It began with a pot of spaghetti. Nikita Teryoshin and Max Slobodda, German photography students who have been roommates for three and a half years, discovered forgotten leftovers on their balcony—looking a good bit different from when they last saw them. "It was blue, yellow, and sweating," says Teryoshin. Nevertheless, "we were fascinated of its visual appearance, so before throwing the moldy spaghetti away, we took some pictures of it as a joke. After seeing the results, we decided to continue our documentation of things which once disgusted us."
Their photo series Küchendienst ("kitchen patrol") has grown, as have the number of questionable substances found in their kitchen. In one photo, electric blue mold folds over itself like a fuzzy winter blanket; in another, a hard and slimy nudish-pink substance resembles the inside of a sea creature. Others look like aerial shots of some yet-to-be-discovered exoplanet. Shot close enough to catch vivid colors and strange new textures, the series is an exercise in seeing things differently.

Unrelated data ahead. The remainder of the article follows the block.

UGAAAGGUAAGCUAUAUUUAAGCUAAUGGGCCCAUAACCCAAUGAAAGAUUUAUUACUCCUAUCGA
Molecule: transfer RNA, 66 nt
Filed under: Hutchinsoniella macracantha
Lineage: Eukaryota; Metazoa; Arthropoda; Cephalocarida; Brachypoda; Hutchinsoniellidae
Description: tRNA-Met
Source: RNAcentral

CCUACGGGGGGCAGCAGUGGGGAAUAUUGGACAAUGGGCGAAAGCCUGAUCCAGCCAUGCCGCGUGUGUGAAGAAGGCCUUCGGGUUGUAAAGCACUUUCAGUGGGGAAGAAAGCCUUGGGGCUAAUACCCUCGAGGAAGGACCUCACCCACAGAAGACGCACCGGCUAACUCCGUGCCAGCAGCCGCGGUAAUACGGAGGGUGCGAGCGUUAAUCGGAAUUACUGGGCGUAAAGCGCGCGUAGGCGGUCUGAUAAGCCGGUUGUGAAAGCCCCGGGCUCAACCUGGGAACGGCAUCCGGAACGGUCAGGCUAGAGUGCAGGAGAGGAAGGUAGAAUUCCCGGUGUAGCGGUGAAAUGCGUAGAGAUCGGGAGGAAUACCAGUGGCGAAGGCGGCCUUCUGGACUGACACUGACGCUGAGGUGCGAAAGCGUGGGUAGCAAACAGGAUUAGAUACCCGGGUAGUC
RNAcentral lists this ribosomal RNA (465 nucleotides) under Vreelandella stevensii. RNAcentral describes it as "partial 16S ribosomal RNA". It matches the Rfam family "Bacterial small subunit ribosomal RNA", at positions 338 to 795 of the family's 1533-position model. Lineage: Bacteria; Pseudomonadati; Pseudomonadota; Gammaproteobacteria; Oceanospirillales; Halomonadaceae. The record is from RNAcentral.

To get the shots, Teryoshin and Slobodda used macro lenses and bright lights to make the colors pop. And, yes, Teryoshin assures me, all of the mold was accidental—none of it was staged or grown for the project. "It is not like we would find something new every day, there are weeks or even months between each picture," he says. Still, he admits, maybe their kitchen could stand to be kept a bit cleaner. "In this way, we are great sinners, so our project could be seen as a diary of bad conscience."